Boss takes Tiger by the tail and rebrands with note of caution
The renamed budget airline Tigerair Australia has highlighted a "sense of caution" in domestic travel among consumers, due to economic and political uncertainty.
Almost a day to the second anniversary of its forced grounding in Australia, the airline has changed its name from Tiger Airways to Tigerair and ditched the "leaping tiger" from its logo.
As it tries to resurrect its brand and operations here, Tigerair will take delivery of another Airbus A320 in the second half of this year, which will boost its fleet to 12 planes.
Tigerair Australia chief executive Rob Sharp said local airlines still faced short-term challenges, including a volatile currency and uncertainty about the economy and federal politics.
"There is still a sense of caution in the market," he said. "The volatility of the currency is something that is keeping me awake at night - that can drive costs up."
Mr Sharp, a former Qantas executive who began his new role in May, cast the rebranding as the start of a revival for an airline that has chalked up losses of more than $226 million in Australia since 2007.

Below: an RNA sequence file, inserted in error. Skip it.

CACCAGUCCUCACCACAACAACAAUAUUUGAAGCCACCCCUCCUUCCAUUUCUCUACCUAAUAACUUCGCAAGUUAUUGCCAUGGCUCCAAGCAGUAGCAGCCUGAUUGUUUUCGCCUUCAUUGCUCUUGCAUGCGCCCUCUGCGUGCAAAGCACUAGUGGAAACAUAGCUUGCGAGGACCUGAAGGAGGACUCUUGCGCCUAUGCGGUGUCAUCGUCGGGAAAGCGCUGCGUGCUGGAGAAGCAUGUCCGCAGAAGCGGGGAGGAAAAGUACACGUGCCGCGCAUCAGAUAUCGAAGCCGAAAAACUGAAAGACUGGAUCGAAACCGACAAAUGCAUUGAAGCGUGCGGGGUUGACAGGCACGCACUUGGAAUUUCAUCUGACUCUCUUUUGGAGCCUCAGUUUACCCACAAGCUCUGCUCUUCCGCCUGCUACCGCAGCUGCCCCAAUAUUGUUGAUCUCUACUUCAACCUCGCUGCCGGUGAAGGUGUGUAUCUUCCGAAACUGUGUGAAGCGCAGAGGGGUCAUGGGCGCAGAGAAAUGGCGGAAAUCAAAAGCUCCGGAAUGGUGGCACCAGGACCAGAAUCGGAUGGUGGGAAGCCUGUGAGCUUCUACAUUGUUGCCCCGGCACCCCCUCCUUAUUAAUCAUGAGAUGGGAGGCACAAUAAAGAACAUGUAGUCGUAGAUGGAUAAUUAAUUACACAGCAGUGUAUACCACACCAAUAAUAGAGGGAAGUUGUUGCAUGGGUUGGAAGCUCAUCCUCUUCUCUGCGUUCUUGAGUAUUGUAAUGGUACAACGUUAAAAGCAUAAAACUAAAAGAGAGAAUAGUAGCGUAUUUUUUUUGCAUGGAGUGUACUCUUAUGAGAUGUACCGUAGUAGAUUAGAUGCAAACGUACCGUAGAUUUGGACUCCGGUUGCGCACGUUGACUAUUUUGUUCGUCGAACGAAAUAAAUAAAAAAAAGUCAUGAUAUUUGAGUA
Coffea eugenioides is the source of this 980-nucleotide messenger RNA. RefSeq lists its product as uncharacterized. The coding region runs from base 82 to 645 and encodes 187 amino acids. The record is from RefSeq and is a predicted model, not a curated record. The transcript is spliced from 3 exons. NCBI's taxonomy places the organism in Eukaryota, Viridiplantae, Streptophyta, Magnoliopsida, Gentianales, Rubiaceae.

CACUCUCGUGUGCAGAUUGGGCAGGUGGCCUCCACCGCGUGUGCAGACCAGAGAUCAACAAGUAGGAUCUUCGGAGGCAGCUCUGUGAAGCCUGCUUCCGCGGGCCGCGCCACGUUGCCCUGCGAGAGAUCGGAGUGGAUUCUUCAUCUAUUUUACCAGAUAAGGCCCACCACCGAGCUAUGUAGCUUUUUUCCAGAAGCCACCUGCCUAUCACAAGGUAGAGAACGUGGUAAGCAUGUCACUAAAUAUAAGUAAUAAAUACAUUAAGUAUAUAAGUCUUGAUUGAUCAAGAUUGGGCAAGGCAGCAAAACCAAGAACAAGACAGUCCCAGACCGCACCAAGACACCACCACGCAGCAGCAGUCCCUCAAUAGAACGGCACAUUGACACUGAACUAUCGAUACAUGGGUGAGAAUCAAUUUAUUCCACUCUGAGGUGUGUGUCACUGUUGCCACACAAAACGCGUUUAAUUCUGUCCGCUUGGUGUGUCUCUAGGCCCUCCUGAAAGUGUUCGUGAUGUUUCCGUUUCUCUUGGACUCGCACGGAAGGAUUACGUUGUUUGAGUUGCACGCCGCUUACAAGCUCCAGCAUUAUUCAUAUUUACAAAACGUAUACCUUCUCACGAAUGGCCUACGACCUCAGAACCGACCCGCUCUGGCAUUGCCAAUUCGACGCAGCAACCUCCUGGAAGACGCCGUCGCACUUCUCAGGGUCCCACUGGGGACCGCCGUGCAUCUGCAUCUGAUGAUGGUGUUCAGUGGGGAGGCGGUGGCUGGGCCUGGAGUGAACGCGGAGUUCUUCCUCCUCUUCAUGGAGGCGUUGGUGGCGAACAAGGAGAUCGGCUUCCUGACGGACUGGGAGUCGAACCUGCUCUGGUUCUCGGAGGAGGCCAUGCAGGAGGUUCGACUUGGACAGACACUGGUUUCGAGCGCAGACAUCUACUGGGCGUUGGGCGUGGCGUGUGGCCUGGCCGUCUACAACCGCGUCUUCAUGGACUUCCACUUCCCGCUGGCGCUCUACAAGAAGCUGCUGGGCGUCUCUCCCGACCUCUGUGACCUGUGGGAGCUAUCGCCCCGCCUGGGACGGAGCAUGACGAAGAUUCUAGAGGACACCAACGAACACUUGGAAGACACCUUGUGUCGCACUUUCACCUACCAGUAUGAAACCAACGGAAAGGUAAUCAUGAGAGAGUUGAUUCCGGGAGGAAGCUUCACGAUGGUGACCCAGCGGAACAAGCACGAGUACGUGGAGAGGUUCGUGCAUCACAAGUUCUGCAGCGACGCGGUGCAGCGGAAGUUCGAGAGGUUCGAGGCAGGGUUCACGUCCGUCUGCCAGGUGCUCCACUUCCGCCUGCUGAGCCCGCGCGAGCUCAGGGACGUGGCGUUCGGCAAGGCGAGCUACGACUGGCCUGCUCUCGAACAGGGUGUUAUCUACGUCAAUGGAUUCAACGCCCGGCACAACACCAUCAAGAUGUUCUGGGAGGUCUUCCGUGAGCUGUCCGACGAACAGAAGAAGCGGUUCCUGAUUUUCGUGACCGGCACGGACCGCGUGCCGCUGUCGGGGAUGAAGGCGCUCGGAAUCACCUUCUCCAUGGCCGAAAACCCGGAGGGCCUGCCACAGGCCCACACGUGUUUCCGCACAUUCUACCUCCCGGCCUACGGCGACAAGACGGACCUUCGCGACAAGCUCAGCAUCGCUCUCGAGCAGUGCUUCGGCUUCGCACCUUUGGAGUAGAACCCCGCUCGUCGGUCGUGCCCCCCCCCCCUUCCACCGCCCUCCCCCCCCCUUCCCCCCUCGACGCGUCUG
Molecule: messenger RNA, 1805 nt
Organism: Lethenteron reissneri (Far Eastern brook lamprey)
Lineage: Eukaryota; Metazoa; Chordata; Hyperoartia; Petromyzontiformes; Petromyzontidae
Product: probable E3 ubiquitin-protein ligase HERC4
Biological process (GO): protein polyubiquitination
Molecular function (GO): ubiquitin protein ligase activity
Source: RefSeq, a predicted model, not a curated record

"It really is a bit of a revival. It doesn't mean we are turning into a Qantas or Virgin, but we believe that providing some more flexibility and convenience will go down well with the public," he said.
Mr Sharp was reluctant to spell out his longer-term plans for Tigerair's route network, preferring to "keep our powder dry for competitive reasons".
Analysts have speculated that Tigerair will redeploy the bulk of its capacity from the so-called "golden triangle" of Melbourne-Sydney-Brisbane to routes focused more on leisure travel.
Mr Sharp said there would be synergies between the networks of Tigerair and its new bedfellow, Virgin, but he emphasised that it would not result in wholesale changes.
"We will be looking at markets that are under-served," he said.
The airline has launched several new routes in recent months including Melbourne-Coffs Harbour and Melbourne-Sydney-Alice Springs. Passenger loads had been consistent with growth, he said.
Morgan Stanley analysts believe Tigerair's biggest challenge will be to restore its reputation.
The rebranding will be rolled out across the airline's operations in Australia and Asia.
Once Virgin completes its purchase of a 60 per cent stake in Tigerair Australia within the next week, Mr Sharp and his executives will present their long-term strategy to the board.